I am very interested in some studies or empirical data that shows a comparison of compilation times between two c++ projects that are the same except one uses forward declarations where possible and the other uses none.
How drastically can forward declarations change compilation time as compared to full includes?
Are there any studies that examine this?
I realize that this is a vague question that greatly depends on the project. I don't expect a hard number for an answer. Rather, I'm hoping someone may be able to direct me to a study about this.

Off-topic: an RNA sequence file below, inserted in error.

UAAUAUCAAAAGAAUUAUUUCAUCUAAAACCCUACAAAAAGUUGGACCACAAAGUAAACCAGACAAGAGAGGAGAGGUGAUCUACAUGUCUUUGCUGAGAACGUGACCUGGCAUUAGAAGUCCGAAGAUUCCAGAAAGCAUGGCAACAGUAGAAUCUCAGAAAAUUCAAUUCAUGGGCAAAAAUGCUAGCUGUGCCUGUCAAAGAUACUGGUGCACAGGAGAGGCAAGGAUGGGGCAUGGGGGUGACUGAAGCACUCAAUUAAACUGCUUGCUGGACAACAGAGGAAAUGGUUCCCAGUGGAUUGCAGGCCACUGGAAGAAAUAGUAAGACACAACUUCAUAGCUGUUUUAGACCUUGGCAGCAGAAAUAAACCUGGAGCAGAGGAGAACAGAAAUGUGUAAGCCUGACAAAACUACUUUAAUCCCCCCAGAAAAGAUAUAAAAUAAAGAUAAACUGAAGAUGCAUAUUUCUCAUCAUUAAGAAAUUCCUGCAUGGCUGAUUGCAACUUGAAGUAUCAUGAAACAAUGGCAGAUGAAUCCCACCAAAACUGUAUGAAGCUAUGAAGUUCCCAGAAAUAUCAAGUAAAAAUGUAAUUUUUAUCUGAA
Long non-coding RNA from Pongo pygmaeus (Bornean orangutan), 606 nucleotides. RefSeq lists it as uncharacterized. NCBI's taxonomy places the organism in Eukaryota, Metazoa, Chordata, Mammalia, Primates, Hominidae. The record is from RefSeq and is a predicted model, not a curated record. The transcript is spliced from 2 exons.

The project I'm specifically worried about has about 1200 files. Each cpp on average has 5 headers included. Each header has on average 5 headers included. This regresses about 4 levels deep. It would seem that for each cpp compiled, around 300 headers must be opened and parsed, some many times. (There are many duplicates in the include tree.) There are guards, but the files are still opened. Each cpp is separately compiled with gcc, so there's no header caching.
To be sure no one misunderstands, I certainly advocate using forward declarations where possible. My employer, however, has banned them. I'm trying to argue against that position.
Thank you for any information.